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How Beirut went from golden boy wonder to the dark side


Zach Condon second from right

Zach Condon second from right

Zach Condon second from right

Zach Condon is the boy wonder who flew too close to the sun. Aged 19, he released his first album as Beirut. Channelling a teenage crush on Balkan folk, it was weird, feverish and beautiful. At 21, he recorded The Flying Club Cup, 40 minutes of gorgeous indie mopery that referenced F Scott Fitzgerald and Parisian chamber music without coming off as painfully pretentious. Then he went on the road, partied waaay too hard, and, in the back of a rust-bucket tour bus, had a violent breakdown.

"It's funny, I never used to believe in panic attacks," says Condon, nestled in a hotel suite overlooking Toronto's bustling midtown. "I thought they were a joke someone had invented because they were pushed a little too far. But after the first one, they kept coming. I needed to go home."

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Apple-cheeked and with the air of a mildly flustered librarian, even at his darkest moments Condon, now an ancient 25, was never in danger of being mistaken for Pete Doherty on a crack binge. The most debauched thing he recalls getting up to was sinking half a bottle of whiskey and a few beers before a show in London.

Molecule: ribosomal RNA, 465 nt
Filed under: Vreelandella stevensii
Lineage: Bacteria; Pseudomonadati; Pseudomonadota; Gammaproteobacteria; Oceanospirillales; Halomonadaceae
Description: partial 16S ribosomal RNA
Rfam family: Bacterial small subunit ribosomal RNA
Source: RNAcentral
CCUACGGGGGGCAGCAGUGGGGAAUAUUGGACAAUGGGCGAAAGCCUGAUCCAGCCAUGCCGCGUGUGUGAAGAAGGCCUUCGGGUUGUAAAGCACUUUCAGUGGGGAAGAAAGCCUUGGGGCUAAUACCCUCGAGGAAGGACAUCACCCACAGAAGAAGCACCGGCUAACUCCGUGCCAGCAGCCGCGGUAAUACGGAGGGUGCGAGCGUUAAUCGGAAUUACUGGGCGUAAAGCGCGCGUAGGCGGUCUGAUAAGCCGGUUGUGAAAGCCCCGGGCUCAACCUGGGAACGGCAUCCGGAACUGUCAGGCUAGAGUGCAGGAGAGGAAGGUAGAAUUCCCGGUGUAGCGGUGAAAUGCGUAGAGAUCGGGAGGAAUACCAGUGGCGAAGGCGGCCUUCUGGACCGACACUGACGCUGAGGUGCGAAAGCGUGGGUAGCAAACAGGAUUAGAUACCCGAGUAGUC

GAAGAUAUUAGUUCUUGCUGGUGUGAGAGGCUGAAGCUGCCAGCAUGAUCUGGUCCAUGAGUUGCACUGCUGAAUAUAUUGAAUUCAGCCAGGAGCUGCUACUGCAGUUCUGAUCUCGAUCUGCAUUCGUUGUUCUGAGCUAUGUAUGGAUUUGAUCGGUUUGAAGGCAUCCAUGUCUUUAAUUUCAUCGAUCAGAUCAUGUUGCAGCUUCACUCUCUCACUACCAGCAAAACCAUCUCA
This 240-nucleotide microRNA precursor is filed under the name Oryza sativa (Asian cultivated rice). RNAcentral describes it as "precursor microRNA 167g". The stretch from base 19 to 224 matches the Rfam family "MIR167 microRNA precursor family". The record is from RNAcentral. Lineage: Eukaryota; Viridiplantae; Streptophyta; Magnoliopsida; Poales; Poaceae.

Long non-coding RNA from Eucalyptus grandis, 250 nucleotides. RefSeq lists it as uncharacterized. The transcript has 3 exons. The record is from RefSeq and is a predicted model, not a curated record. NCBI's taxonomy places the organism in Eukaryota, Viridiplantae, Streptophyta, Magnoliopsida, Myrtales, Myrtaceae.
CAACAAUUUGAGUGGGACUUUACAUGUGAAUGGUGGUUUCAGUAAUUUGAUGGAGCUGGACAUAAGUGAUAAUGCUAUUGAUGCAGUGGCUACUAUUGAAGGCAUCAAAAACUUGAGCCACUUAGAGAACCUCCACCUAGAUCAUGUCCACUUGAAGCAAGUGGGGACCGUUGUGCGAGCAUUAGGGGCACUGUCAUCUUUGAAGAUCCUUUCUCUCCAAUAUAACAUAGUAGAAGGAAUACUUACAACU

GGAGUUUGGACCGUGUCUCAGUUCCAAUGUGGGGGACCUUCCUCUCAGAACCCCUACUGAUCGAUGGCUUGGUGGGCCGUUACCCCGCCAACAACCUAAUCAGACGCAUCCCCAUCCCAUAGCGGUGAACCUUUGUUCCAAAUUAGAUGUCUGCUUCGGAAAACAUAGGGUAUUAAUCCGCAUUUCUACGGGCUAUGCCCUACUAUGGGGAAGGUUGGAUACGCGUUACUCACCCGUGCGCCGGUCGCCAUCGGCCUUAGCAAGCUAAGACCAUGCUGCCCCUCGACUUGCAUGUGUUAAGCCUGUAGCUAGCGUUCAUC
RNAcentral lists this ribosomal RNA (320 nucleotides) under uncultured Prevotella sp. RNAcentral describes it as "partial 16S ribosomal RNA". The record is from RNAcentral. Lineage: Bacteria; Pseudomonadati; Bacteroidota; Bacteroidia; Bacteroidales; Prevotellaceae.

"Don't get me wrong. I loved every minute of it," he says. "Until my body gave out, that is. I had the naïve idea that I was simply tired, that whatever doesn't kill you makes you stronger. It was such a harsh lesson to learn that actually your body has limits. That was a shocking moment. The rest, it was amazing. One of the best years of my life. I wouldn't take anything back. Ultimately, what I discovered is that I needed stability. I can't keep on living that rock lifestyle. So I went to New York, bought a house and got married."

Returning from a 24 month lay-off, Condon has been surprised to discover that, far from the forgotten man of ukulele-soaked chamber pop, he's on his way to becoming a proper star in the indie firmament. Tim Robbins is a fan, as is Sean Penn, who took time out from filming in Dublin to attend Beirut's Tripod show last year. Blondie went so far as to cover their song Sunday Smile on their latest album (throttling it half to death).

Granted, it is probably overstating the case to suggest Condon is poised for hugeness on the scale of Arcade Fire, whom he recently supported in front of 60,000 in London's Hyde Park. But, on the evidence of Beirut's new LP, Rip Tide, there is every reason to believe he might soon be rivalling the arena status of a group such as The National. Actually, that band told him as much the other week.

"We were talking and they said to me, 'Man you've got everything, it's all fine. There's one thing you still need, a fucking lighting guy'. In other words, they were telling me we have reached a point in our career where the venues are so large the people at the back can't exactly see us and there needs to be another element to interest them. Which is so strange to me. Basically I spent two years slacking off musically. I mean, sure I was recording. But I didn't go back to touring until last year. It's been strange to discover I didn't leave anything behind. People have been waiting, it's all building. Which is great. At the same time, it's a totally insane revelation."

The biggest difference this time around is that Condon is going it alone, having parted from the UK label 4AD. At one level, that is hardly news. Artists are fleeing record labels faster than rioting Londoners helped themselves to flatscreen TVs a few weeks ago.